MARTIN: Wouldn't we need Russian cooperation to make this happen?
COHEN: We do. We do. We would have to call upon the Russians to join us. And if they say no and reject it, then we have to see what kind of consequences we can hold for Russia. What is really complex about this and contradictory about this is that the European allies are hoping the United States will take a firmer role in dealing with Assad and Russia in Syria. At the same time, some of them are calling for weakening the sanctions against Russia because of what they've done in Ukraine by annexing Crimea. And this is one other thing I'd like to mention, Rachel, in terms of what the stakes are here. The EU has been the glue holding the Atlantic relationship together. And Russia...
MARTIN: When you say the Atlantic relationship, you mean NATO, the NATO alliance.
COHEN: Yes. And I think Russia has all the signs (ph) to weaken that or break it up if you can. This whole discussion of France leaving the EU, Britain leaving the EU and now you're seeing Russia at least playing countries off against one another. So I think the less we can really present a united front in dealing with Russia, I think we're going to continue to see the suffering take place in Syria and elsewhere.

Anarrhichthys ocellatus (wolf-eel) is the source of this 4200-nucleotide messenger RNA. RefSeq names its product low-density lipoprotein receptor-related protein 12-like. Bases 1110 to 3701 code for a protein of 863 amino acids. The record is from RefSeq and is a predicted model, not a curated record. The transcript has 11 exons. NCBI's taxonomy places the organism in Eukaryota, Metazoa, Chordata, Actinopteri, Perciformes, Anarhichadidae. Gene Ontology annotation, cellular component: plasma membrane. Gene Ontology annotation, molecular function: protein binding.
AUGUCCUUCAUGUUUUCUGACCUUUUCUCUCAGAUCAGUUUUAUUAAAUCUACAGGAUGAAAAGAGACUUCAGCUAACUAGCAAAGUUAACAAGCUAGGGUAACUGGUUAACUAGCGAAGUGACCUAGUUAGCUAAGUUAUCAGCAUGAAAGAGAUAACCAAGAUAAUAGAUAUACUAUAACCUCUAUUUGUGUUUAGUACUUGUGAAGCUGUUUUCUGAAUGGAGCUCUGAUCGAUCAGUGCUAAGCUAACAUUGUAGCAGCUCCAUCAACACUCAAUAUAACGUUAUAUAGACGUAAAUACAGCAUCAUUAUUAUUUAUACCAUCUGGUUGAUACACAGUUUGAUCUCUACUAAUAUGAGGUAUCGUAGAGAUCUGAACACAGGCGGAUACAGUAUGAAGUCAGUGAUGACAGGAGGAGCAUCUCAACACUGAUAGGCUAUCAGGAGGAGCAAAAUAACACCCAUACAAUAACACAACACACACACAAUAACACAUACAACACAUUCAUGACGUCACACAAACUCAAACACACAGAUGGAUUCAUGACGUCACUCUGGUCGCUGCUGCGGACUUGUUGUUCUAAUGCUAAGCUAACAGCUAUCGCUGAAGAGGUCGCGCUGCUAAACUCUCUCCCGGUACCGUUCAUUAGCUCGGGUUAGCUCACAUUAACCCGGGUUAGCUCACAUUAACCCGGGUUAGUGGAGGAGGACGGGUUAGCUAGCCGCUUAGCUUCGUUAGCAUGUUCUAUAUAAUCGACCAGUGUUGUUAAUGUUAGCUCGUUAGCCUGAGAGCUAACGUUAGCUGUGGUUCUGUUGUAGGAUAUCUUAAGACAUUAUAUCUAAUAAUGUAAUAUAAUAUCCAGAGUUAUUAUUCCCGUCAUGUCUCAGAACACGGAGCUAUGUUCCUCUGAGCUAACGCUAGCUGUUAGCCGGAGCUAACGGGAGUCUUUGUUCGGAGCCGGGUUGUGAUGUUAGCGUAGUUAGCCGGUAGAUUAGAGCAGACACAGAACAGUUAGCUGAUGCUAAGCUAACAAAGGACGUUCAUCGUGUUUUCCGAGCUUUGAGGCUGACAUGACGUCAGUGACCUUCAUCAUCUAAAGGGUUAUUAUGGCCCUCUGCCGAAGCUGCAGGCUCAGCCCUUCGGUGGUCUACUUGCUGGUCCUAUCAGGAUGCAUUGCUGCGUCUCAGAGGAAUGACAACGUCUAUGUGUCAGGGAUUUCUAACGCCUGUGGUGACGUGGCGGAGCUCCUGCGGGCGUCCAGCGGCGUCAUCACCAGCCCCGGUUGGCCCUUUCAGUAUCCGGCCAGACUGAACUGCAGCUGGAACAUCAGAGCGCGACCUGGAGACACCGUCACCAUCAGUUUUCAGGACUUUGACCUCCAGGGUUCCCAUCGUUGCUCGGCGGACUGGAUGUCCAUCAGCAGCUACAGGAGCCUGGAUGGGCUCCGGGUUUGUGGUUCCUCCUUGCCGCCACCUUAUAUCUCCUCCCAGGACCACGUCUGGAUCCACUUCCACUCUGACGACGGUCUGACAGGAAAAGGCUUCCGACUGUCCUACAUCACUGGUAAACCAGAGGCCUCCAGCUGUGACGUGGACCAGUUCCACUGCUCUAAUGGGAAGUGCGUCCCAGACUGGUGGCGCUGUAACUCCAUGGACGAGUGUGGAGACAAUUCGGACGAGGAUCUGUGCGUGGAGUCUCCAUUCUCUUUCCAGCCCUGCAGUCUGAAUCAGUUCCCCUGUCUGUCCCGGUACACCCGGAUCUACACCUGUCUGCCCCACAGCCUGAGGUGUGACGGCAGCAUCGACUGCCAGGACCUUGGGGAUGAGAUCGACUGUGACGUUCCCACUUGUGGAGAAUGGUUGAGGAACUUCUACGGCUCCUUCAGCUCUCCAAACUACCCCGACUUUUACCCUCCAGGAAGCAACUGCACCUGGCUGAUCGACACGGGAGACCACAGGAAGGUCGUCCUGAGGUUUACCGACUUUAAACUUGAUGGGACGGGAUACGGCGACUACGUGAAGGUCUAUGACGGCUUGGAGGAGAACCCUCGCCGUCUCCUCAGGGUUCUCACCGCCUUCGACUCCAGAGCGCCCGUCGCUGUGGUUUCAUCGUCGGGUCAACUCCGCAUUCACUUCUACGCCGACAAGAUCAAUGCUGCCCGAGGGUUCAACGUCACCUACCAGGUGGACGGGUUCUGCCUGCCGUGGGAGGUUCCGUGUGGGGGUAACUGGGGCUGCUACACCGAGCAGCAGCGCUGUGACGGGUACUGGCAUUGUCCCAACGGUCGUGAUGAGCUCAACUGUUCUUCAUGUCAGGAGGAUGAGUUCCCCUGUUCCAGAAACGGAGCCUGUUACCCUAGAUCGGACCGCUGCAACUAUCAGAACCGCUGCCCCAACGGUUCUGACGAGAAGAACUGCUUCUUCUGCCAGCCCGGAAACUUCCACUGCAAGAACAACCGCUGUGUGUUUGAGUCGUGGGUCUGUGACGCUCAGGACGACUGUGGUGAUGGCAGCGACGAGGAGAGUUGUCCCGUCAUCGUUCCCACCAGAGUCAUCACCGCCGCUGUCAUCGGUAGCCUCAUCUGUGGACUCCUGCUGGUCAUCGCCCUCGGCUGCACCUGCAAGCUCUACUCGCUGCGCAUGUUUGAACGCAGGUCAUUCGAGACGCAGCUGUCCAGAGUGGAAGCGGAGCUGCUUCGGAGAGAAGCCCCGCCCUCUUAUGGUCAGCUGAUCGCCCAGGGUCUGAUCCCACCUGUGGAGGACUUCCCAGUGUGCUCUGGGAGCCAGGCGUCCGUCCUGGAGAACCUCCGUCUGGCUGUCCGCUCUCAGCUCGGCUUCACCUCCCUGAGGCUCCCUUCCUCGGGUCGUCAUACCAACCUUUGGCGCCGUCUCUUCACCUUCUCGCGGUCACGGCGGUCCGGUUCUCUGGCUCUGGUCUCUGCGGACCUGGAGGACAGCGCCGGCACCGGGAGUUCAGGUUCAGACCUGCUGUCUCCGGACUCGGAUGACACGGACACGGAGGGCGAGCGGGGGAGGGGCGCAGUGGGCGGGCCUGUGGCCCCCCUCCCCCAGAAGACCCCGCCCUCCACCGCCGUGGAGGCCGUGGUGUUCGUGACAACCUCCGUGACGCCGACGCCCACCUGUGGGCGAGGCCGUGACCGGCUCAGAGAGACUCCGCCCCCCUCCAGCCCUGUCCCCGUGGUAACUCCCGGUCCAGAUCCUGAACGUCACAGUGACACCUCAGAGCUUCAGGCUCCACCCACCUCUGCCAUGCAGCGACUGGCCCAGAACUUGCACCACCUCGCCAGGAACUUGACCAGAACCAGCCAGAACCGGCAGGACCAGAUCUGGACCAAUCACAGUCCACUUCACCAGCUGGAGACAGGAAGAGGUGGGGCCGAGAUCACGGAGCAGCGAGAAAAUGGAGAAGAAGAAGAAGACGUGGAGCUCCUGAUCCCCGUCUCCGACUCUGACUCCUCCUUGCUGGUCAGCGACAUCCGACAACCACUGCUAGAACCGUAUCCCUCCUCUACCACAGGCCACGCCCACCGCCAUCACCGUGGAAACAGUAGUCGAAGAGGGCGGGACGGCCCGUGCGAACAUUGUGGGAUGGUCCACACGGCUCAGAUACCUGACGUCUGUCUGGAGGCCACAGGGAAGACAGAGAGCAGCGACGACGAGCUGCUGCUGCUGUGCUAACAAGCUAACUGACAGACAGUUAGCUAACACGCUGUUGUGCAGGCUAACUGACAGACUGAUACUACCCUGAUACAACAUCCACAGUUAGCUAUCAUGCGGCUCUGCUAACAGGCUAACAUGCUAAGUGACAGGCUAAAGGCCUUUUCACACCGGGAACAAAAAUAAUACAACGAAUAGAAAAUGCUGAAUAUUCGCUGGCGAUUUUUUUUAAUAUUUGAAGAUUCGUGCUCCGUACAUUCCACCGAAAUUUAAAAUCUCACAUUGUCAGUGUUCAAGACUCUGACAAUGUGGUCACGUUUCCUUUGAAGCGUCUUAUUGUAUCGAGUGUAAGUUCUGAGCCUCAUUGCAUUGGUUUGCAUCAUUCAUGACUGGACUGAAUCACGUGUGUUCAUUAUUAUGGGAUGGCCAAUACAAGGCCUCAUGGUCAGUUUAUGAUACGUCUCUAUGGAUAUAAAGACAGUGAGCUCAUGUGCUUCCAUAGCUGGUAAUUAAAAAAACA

MARTIN: When you think about the concurrent threats in Syria from a U.S. perspective, the regime of Bashar al-Assad and ISIS, the U.S. has tended, in its policy, to prioritize the threat coming from ISIS.
MARTIN: Do you think one is more grave than the other?
COHEN: I do. I think ISIS and the capacity for ISIS to expand its membership and reach in such a short period of time through the use of technology and social media presents a greater challenge at this moment.
MARTIN: So when U.S. commanders say, we can't divert resources to fight Assad because that takes away from the ISIS threat, you understand that? You can see that that's a reality?
COHEN: I understand that, that dilemma that we face. My recommendation for a safe zone, it means we would ask Russia and others to join in that for humanitarian purposes. Right now, we've got to help millions of people who are in dire need.